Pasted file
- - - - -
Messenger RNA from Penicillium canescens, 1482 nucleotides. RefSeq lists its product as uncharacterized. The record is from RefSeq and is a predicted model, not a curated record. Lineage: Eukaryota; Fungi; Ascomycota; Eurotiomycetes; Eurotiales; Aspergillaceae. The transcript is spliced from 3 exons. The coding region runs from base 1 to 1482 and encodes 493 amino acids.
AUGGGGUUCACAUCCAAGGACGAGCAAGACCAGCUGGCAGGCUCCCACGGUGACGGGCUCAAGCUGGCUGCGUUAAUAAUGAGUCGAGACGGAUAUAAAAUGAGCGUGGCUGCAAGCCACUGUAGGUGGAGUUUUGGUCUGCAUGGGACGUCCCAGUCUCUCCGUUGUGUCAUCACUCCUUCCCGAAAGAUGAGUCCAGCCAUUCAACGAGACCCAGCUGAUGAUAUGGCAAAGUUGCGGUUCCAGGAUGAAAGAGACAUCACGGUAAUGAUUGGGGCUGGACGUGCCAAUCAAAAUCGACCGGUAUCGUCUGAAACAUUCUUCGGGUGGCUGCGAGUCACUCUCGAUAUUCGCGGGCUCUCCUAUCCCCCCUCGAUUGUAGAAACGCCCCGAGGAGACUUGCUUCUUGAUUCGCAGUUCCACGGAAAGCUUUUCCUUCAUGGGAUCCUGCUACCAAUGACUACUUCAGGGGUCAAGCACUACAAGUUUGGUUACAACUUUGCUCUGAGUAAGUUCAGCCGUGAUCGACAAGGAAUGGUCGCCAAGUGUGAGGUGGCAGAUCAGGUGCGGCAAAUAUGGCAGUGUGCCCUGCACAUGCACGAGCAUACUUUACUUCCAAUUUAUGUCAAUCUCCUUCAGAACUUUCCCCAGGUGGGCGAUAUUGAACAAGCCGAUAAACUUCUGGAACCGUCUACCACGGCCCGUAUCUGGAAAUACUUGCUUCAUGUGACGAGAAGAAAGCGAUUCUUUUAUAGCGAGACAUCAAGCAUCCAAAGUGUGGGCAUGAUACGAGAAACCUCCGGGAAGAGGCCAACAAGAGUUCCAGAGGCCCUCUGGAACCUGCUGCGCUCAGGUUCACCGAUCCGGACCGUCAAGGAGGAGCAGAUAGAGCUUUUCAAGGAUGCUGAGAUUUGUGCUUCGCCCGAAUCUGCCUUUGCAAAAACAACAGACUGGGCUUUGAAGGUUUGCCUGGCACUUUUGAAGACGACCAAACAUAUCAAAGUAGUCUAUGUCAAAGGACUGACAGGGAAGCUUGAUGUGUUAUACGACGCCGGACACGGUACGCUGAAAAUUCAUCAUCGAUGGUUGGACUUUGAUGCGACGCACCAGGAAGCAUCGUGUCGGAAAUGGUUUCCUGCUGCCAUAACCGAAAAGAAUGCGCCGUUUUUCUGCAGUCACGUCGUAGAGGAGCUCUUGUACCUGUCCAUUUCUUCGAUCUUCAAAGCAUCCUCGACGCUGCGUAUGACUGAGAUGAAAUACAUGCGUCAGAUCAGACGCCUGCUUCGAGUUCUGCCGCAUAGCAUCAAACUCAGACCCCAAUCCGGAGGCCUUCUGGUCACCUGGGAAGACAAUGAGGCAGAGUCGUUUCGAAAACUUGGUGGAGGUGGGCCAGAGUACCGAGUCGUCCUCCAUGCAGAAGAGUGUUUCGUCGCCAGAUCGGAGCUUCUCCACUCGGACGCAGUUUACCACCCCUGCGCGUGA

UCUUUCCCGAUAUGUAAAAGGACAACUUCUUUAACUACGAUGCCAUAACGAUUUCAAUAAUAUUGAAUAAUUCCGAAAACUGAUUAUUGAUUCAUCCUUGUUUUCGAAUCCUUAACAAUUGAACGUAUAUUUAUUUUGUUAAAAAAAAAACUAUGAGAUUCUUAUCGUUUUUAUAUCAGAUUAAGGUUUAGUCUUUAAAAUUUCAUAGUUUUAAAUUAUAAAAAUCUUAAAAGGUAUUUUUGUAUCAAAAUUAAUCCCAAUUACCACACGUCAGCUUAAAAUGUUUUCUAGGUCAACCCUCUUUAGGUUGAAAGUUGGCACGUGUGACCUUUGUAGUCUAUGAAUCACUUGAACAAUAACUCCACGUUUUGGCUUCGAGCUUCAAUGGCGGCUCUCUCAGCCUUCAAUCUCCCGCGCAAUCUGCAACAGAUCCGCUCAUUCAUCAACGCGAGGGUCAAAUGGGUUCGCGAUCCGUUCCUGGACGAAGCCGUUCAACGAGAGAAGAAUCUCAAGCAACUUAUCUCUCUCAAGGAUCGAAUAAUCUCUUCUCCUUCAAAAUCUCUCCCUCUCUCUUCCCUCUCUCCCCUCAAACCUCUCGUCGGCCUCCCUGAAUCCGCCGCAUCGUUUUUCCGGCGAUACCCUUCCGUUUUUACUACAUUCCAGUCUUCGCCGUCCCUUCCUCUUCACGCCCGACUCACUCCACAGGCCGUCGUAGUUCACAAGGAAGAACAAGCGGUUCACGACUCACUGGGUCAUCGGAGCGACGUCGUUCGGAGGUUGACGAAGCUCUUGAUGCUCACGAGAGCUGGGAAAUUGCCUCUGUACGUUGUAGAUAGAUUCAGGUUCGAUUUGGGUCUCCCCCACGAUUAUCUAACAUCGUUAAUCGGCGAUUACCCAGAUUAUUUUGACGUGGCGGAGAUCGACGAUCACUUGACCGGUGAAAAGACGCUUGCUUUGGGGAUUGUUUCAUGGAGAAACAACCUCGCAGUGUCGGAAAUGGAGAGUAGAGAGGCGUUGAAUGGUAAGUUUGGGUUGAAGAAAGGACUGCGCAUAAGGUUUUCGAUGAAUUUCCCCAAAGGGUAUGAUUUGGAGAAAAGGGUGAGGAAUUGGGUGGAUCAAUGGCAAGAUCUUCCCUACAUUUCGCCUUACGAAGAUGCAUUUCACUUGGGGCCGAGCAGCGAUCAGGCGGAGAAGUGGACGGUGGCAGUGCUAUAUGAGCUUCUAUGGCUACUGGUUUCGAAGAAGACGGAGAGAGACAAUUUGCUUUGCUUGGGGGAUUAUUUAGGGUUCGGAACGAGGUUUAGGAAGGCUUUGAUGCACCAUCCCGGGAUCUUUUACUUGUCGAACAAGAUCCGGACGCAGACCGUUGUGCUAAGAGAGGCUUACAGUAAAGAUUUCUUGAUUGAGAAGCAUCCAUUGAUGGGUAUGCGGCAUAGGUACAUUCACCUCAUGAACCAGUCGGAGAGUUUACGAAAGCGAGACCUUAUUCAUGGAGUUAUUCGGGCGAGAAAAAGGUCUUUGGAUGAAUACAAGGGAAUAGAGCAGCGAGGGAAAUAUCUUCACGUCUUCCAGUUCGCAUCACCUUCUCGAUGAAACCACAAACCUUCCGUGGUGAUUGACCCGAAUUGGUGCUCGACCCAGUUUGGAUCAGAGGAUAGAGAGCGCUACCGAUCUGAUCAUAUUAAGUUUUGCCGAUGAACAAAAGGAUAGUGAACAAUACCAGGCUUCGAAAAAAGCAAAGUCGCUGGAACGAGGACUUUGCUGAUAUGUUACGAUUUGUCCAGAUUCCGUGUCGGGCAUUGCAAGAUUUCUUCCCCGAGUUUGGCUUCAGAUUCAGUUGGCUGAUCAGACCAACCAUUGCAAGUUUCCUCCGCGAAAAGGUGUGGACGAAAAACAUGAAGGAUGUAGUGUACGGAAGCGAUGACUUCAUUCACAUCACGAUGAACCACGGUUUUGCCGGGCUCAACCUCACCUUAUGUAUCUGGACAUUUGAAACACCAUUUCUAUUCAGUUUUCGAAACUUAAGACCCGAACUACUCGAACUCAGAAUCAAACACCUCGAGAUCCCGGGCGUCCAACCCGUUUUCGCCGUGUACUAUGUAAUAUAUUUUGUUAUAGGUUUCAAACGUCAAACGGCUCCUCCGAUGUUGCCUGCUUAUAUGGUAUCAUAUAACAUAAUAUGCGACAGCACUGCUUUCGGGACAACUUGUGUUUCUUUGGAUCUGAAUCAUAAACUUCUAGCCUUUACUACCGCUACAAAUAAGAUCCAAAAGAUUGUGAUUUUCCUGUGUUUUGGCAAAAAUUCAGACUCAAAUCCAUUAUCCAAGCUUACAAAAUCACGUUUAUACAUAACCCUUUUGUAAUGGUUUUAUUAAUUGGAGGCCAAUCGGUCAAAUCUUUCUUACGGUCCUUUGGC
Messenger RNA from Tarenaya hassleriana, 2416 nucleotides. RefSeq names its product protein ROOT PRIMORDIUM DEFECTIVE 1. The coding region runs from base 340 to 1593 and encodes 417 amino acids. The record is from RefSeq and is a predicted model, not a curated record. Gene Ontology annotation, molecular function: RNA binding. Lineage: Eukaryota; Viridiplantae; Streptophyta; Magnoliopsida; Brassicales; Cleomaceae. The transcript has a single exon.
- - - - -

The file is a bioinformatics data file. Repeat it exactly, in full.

Messenger RNA from Penicillium canescens, 1482 nucleotides. RefSeq lists its product as uncharacterized. The record is from RefSeq and is a predicted model, not a curated record. Lineage: Eukaryota; Fungi; Ascomycota; Eurotiomycetes; Eurotiales; Aspergillaceae. The transcript is spliced from 3 exons. The coding region runs from base 1 to 1482 and encodes 493 amino acids.
AUGGGGUUCACAUCCAAGGACGAGCAAGACCAGCUGGCAGGCUCCCACGGUGACGGGCUCAAGCUGGCUGCGUUAAUAAUGAGUCGAGACGGAUAUAAAAUGAGCGUGGCUGCAAGCCACUGUAGGUGGAGUUUUGGUCUGCAUGGGACGUCCCAGUCUCUCCGUUGUGUCAUCACUCCUUCCCGAAAGAUGAGUCCAGCCAUUCAACGAGACCCAGCUGAUGAUAUGGCAAAGUUGCGGUUCCAGGAUGAAAGAGACAUCACGGUAAUGAUUGGGGCUGGACGUGCCAAUCAAAAUCGACCGGUAUCGUCUGAAACAUUCUUCGGGUGGCUGCGAGUCACUCUCGAUAUUCGCGGGCUCUCCUAUCCCCCCUCGAUUGUAGAAACGCCCCGAGGAGACUUGCUUCUUGAUUCGCAGUUCCACGGAAAGCUUUUCCUUCAUGGGAUCCUGCUACCAAUGACUACUUCAGGGGUCAAGCACUACAAGUUUGGUUACAACUUUGCUCUGAGUAAGUUCAGCCGUGAUCGACAAGGAAUGGUCGCCAAGUGUGAGGUGGCAGAUCAGGUGCGGCAAAUAUGGCAGUGUGCCCUGCACAUGCACGAGCAUACUUUACUUCCAAUUUAUGUCAAUCUCCUUCAGAACUUUCCCCAGGUGGGCGAUAUUGAACAAGCCGAUAAACUUCUGGAACCGUCUACCACGGCCCGUAUCUGGAAAUACUUGCUUCAUGUGACGAGAAGAAAGCGAUUCUUUUAUAGCGAGACAUCAAGCAUCCAAAGUGUGGGCAUGAUACGAGAAACCUCCGGGAAGAGGCCAACAAGAGUUCCAGAGGCCCUCUGGAACCUGCUGCGCUCAGGUUCACCGAUCCGGACCGUCAAGGAGGAGCAGAUAGAGCUUUUCAAGGAUGCUGAGAUUUGUGCUUCGCCCGAAUCUGCCUUUGCAAAAACAACAGACUGGGCUUUGAAGGUUUGCCUGGCACUUUUGAAGACGACCAAACAUAUCAAAGUAGUCUAUGUCAAAGGACUGACAGGGAAGCUUGAUGUGUUAUACGACGCCGGACACGGUACGCUGAAAAUUCAUCAUCGAUGGUUGGACUUUGAUGCGACGCACCAGGAAGCAUCGUGUCGGAAAUGGUUUCCUGCUGCCAUAACCGAAAAGAAUGCGCCGUUUUUCUGCAGUCACGUCGUAGAGGAGCUCUUGUACCUGUCCAUUUCUUCGAUCUUCAAAGCAUCCUCGACGCUGCGUAUGACUGAGAUGAAAUACAUGCGUCAGAUCAGACGCCUGCUUCGAGUUCUGCCGCAUAGCAUCAAACUCAGACCCCAAUCCGGAGGCCUUCUGGUCACCUGGGAAGACAAUGAGGCAGAGUCGUUUCGAAAACUUGGUGGAGGUGGGCCAGAGUACCGAGUCGUCCUCCAUGCAGAAGAGUGUUUCGUCGCCAGAUCGGAGCUUCUCCACUCGGACGCAGUUUACCACCCCUGCGCGUGA

UCUUUCCCGAUAUGUAAAAGGACAACUUCUUUAACUACGAUGCCAUAACGAUUUCAAUAAUAUUGAAUAAUUCCGAAAACUGAUUAUUGAUUCAUCCUUGUUUUCGAAUCCUUAACAAUUGAACGUAUAUUUAUUUUGUUAAAAAAAAAACUAUGAGAUUCUUAUCGUUUUUAUAUCAGAUUAAGGUUUAGUCUUUAAAAUUUCAUAGUUUUAAAUUAUAAAAAUCUUAAAAGGUAUUUUUGUAUCAAAAUUAAUCCCAAUUACCACACGUCAGCUUAAAAUGUUUUCUAGGUCAACCCUCUUUAGGUUGAAAGUUGGCACGUGUGACCUUUGUAGUCUAUGAAUCACUUGAACAAUAACUCCACGUUUUGGCUUCGAGCUUCAAUGGCGGCUCUCUCAGCCUUCAAUCUCCCGCGCAAUCUGCAACAGAUCCGCUCAUUCAUCAACGCGAGGGUCAAAUGGGUUCGCGAUCCGUUCCUGGACGAAGCCGUUCAACGAGAGAAGAAUCUCAAGCAACUUAUCUCUCUCAAGGAUCGAAUAAUCUCUUCUCCUUCAAAAUCUCUCCCUCUCUCUUCCCUCUCUCCCCUCAAACCUCUCGUCGGCCUCCCUGAAUCCGCCGCAUCGUUUUUCCGGCGAUACCCUUCCGUUUUUACUACAUUCCAGUCUUCGCCGUCCCUUCCUCUUCACGCCCGACUCACUCCACAGGCCGUCGUAGUUCACAAGGAAGAACAAGCGGUUCACGACUCACUGGGUCAUCGGAGCGACGUCGUUCGGAGGUUGACGAAGCUCUUGAUGCUCACGAGAGCUGGGAAAUUGCCUCUGUACGUUGUAGAUAGAUUCAGGUUCGAUUUGGGUCUCCCCCACGAUUAUCUAACAUCGUUAAUCGGCGAUUACCCAGAUUAUUUUGACGUGGCGGAGAUCGACGAUCACUUGACCGGUGAAAAGACGCUUGCUUUGGGGAUUGUUUCAUGGAGAAACAACCUCGCAGUGUCGGAAAUGGAGAGUAGAGAGGCGUUGAAUGGUAAGUUUGGGUUGAAGAAAGGACUGCGCAUAAGGUUUUCGAUGAAUUUCCCCAAAGGGUAUGAUUUGGAGAAAAGGGUGAGGAAUUGGGUGGAUCAAUGGCAAGAUCUUCCCUACAUUUCGCCUUACGAAGAUGCAUUUCACUUGGGGCCGAGCAGCGAUCAGGCGGAGAAGUGGACGGUGGCAGUGCUAUAUGAGCUUCUAUGGCUACUGGUUUCGAAGAAGACGGAGAGAGACAAUUUGCUUUGCUUGGGGGAUUAUUUAGGGUUCGGAACGAGGUUUAGGAAGGCUUUGAUGCACCAUCCCGGGAUCUUUUACUUGUCGAACAAGAUCCGGACGCAGACCGUUGUGCUAAGAGAGGCUUACAGUAAAGAUUUCUUGAUUGAGAAGCAUCCAUUGAUGGGUAUGCGGCAUAGGUACAUUCACCUCAUGAACCAGUCGGAGAGUUUACGAAAGCGAGACCUUAUUCAUGGAGUUAUUCGGGCGAGAAAAAGGUCUUUGGAUGAAUACAAGGGAAUAGAGCAGCGAGGGAAAUAUCUUCACGUCUUCCAGUUCGCAUCACCUUCUCGAUGAAACCACAAACCUUCCGUGGUGAUUGACCCGAAUUGGUGCUCGACCCAGUUUGGAUCAGAGGAUAGAGAGCGCUACCGAUCUGAUCAUAUUAAGUUUUGCCGAUGAACAAAAGGAUAGUGAACAAUACCAGGCUUCGAAAAAAGCAAAGUCGCUGGAACGAGGACUUUGCUGAUAUGUUACGAUUUGUCCAGAUUCCGUGUCGGGCAUUGCAAGAUUUCUUCCCCGAGUUUGGCUUCAGAUUCAGUUGGCUGAUCAGACCAACCAUUGCAAGUUUCCUCCGCGAAAAGGUGUGGACGAAAAACAUGAAGGAUGUAGUGUACGGAAGCGAUGACUUCAUUCACAUCACGAUGAACCACGGUUUUGCCGGGCUCAACCUCACCUUAUGUAUCUGGACAUUUGAAACACCAUUUCUAUUCAGUUUUCGAAACUUAAGACCCGAACUACUCGAACUCAGAAUCAAACACCUCGAGAUCCCGGGCGUCCAACCCGUUUUCGCCGUGUACUAUGUAAUAUAUUUUGUUAUAGGUUUCAAACGUCAAACGGCUCCUCCGAUGUUGCCUGCUUAUAUGGUAUCAUAUAACAUAAUAUGCGACAGCACUGCUUUCGGGACAACUUGUGUUUCUUUGGAUCUGAAUCAUAAACUUCUAGCCUUUACUACCGCUACAAAUAAGAUCCAAAAGAUUGUGAUUUUCCUGUGUUUUGGCAAAAAUUCAGACUCAAAUCCAUUAUCCAAGCUUACAAAAUCACGUUUAUACAUAACCCUUUUGUAAUGGUUUUAUUAAUUGGAGGCCAAUCGGUCAAAUCUUUCUUACGGUCCUUUGGC
Messenger RNA from Tarenaya hassleriana, 2416 nucleotides. RefSeq names its product protein ROOT PRIMORDIUM DEFECTIVE 1. The coding region runs from base 340 to 1593 and encodes 417 amino acids. The record is from RefSeq and is a predicted model, not a curated record. Gene Ontology annotation, molecular function: RNA binding. Lineage: Eukaryota; Viridiplantae; Streptophyta; Magnoliopsida; Brassicales; Cleomaceae. The transcript has a single exon.